Impact Of Emerging Drug Legislation

Within the context of drunk driving prosecutions, it is most common for those within the general public to associate impaired driving with the use of alcohol.

Conditioned by decades of legal practice and public relations campaigns warning citizens as to the dangers of, “drinking” and driving, it is quite understandable to expect confusion among many people as to the role that impairment from drugs can have when assessing potential dui punishments.

Not only can a driver in Indiana be arrested for owi through impairment as a result of drug use, but can also be prosecuted for merely having traces of a particular illegal drug in one’s bloodstream during the course of any alleged driving activity. As evidence of drugs such as Marijuana can remain within the body for weeks after a traffic stop, evidence of impairment is not required of Indiana prosecutors to initiate criminal proceedings.

It is this fact that is most unsettling to many assessing criminal legal practices within the state of Indiana. For what our laws essentially say on the subject of driving with drugs is that if caught operating a motor vehicle with any evidence of drugs in one’s system, criminal charges can be initiated.

To be clear, this reality means that even if state county prosecutors cannot prove any evidence against a driver to infer impaired driving activity, the mere evidence of a driver’s usage of drugs is legally sufficient to prosecute and move for the suspension of the individual’s driving privileges.

Consequently, dui prosecutions can now ensnare both drinking and driving as well as drug use when operating a motor vehicle. Where impairment is not alleged, the criminal offense of operating a motor vehicle with a drug/metabolite within one’s system will allow for an alternative form of prosecution that will also potentially restrict and/or suspend an Indiana driver’s license.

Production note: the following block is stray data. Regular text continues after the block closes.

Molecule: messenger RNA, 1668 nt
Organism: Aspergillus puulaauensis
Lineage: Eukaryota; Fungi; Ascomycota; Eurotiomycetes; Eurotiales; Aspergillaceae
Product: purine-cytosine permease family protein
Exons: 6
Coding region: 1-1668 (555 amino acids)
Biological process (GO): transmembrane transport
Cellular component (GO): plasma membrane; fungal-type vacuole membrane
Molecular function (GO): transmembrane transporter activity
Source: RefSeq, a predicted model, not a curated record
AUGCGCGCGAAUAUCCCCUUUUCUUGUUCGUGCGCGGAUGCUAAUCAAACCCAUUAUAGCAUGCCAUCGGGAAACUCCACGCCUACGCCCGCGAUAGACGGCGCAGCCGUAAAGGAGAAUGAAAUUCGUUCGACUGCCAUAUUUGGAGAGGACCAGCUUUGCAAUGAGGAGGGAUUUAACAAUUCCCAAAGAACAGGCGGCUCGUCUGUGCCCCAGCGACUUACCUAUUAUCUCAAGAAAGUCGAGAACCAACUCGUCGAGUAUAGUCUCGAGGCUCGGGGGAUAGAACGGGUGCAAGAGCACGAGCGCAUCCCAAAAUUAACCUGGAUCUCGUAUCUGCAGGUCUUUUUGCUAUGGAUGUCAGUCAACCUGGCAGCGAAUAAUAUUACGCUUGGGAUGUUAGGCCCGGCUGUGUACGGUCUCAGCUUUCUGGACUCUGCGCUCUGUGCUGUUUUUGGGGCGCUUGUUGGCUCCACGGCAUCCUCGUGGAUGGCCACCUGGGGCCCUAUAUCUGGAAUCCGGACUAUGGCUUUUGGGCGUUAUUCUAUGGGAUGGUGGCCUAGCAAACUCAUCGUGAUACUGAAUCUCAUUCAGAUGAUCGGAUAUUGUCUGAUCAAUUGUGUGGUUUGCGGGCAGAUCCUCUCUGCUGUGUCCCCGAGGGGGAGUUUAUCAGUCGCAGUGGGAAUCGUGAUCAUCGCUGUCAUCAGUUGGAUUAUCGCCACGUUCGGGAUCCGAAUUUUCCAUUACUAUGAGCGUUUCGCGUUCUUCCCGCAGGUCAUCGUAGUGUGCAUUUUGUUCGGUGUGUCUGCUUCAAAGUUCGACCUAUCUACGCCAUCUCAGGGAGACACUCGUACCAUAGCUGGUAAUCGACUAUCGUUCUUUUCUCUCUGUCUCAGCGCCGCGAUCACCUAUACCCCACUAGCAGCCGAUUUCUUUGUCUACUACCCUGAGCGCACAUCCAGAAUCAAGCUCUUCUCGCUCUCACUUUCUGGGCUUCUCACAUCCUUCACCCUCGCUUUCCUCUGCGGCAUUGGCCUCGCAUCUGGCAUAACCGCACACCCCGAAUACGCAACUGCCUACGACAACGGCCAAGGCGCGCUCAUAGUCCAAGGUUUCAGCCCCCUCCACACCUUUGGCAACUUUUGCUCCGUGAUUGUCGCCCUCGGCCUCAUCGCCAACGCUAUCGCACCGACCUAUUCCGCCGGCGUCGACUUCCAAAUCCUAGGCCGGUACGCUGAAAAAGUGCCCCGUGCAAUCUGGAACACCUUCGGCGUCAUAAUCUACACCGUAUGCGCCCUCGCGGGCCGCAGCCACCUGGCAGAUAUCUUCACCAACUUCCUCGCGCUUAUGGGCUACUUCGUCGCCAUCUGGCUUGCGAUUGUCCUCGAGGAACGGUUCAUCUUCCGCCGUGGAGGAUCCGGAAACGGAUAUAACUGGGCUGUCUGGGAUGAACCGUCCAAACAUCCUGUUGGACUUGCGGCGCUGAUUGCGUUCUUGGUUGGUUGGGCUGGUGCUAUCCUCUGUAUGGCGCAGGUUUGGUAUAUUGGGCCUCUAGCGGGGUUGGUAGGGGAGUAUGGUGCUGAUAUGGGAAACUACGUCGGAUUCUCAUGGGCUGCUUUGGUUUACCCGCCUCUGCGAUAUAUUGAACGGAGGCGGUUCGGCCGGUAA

This reality is especially relevant to a discussion as to the widespread legalization and/or decriminalization of Marijuana seen within more and more states each year. As a licensed defense lawyer within this state only, I cannot speak to the existence of other metabolite non impairment type criminal offenses presently existing within states that have seen fit to liberalize laws in regard to use of Marijuana.

However, many nationwide must be particularly mindful that legal use of Marijuana in one state does not preclude prosecution for merely driving with pot within one’s system within another state’s criminal jurisdiction. Although I would find it to be completely irrational, (although not an uncommon undertaking to confront irrational laws passed each year) it should be a required effort among those engaged in medical marijuana usage or legal recreational usage to understand whether any non impairment/metabolite legislation has presently been imposed within one’s respective state.

In so doing, one who partakes in Marijuana in what he or she may believe to be in a legal fashion will not find themselves subject to a potential criminal prosecution as a result of the legal ingestion of Marijuana uncovered by virtue of a lawful traffic stop.

Using a somewhat comparable analogy, remember that the possession and use of alcohol is lawful for adults within all fifty states; it is the presence of alcohol above certain levels within the bloodstream when driving that is illegal.

Not unlike the ability to be prosecuted in Indiana for merely testing at or above a .08 bac level irrespective of proven impairment, do not expect an out of state tolerance and/or legality for Marijuana to insulate one from criminal prosecution within an Indiana courtroom.